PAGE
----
Should Failing Private Pension Funds Get a Federal Bailout?

Should Failing Private Pension Funds Get a Federal Bailout?

iStockphoto/The Fiscal Times

Senator Sherrod Brown (D-OH) and Representative Richard Neal (D-MA) introduced legislation last week that would create a new Pension Rehabilitation Administration within the Treasury Department. The PRA would make emergency loans to failing defined benefit pension plans, preserving full benefits for retired members. The Treasury Department would fund these loans by issuing new federal debt securities.

Although problems with public employee retirement plans are frequently in the news, the Brown/Neal bill addresses private sector multiemployer plans, many of which are struggling. Under federal pension law, plans must advise their members when they enter a “red zone” of insufficient funding or liquidity. Such plans typically have assets sufficient to cover 65 percent or less of actuarial liabilities. Last year, more than 250 private sector multiemployer plans notified members that they were in critical status.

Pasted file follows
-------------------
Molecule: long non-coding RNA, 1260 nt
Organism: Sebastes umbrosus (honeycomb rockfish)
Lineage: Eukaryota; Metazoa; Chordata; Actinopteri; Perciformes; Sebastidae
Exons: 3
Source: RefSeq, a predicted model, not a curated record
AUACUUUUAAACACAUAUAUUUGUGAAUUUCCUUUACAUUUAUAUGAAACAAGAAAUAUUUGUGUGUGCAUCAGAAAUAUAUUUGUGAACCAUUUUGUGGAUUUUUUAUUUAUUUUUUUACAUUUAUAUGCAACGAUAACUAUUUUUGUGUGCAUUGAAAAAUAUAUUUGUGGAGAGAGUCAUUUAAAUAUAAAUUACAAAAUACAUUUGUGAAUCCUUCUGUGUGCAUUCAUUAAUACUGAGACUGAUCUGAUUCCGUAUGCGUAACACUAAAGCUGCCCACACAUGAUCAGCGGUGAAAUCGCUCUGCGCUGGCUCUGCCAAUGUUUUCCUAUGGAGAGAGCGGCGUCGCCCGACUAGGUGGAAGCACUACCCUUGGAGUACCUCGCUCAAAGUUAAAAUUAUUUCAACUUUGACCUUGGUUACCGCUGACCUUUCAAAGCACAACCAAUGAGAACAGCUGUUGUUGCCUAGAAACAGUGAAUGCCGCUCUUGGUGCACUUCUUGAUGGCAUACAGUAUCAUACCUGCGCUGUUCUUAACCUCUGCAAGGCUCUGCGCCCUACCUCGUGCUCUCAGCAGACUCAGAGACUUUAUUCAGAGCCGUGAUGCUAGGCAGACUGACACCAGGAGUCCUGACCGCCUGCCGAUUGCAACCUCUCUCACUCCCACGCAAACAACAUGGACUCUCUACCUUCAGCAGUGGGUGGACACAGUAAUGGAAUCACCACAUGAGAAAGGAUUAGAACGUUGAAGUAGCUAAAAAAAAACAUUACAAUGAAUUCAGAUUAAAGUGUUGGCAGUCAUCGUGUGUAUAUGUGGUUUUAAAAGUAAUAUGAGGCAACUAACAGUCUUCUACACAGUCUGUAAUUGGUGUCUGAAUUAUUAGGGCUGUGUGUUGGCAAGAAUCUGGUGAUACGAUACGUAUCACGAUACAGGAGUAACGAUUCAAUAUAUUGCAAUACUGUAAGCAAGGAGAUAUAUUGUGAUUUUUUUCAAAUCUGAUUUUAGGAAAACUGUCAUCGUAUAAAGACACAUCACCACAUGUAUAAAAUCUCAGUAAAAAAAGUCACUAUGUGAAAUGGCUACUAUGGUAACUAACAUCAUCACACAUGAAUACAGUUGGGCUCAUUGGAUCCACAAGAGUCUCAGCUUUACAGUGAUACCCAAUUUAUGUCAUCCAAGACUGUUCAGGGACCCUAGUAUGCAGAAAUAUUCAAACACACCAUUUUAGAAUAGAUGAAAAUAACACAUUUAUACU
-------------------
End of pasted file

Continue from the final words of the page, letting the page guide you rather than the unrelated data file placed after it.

The largest multiemployer plan in critical status is Central States, Southeast and Southwest Areas Pension Plan, which provides benefits to almost 200,000 retirees and survivors. Another 185,000 present and former workers are eligible for future benefits from the plan, which was organized in 1955 to provide retirement security to members of Teamster Local Unions.

As of December 31, 2016 the plan reported $15 billion is assets and $41 billion in actuarial liabilities, leaving it just 37 percent funded. In calculating the projected cost of future benefit payments, Central States actuaries apply a 5.5 percent discount rate, which is more conservative that the rates used by most public employee retirement plans. But federal retirement law requires private sector pension plans to also report their liabilities using a standardized, and even more conservative methodology. Under the Retirement Protection Act of 1994 (RPA ’94) procedure, plans must use a high grade corporate bond rate to discount future liabilities.  According to the RPA ’94 methodology, Central States funded ratio is just 29 percent (as of January 1, 2016).

Central States’ actuary projects that the plan will run out of money in 2025. Other large plans in critical condition include the United Mine Workers of America 1974 Pension Plan (with 88.000 retirees and survivors), the Bakery & Confectionery Union & Industry International Pension Fund (with 58,000 retirees and survivors) and the United Food & Commercial Workers Northern California Employers Joint Pension Trust Fund (with 42,000 retirees and survivors).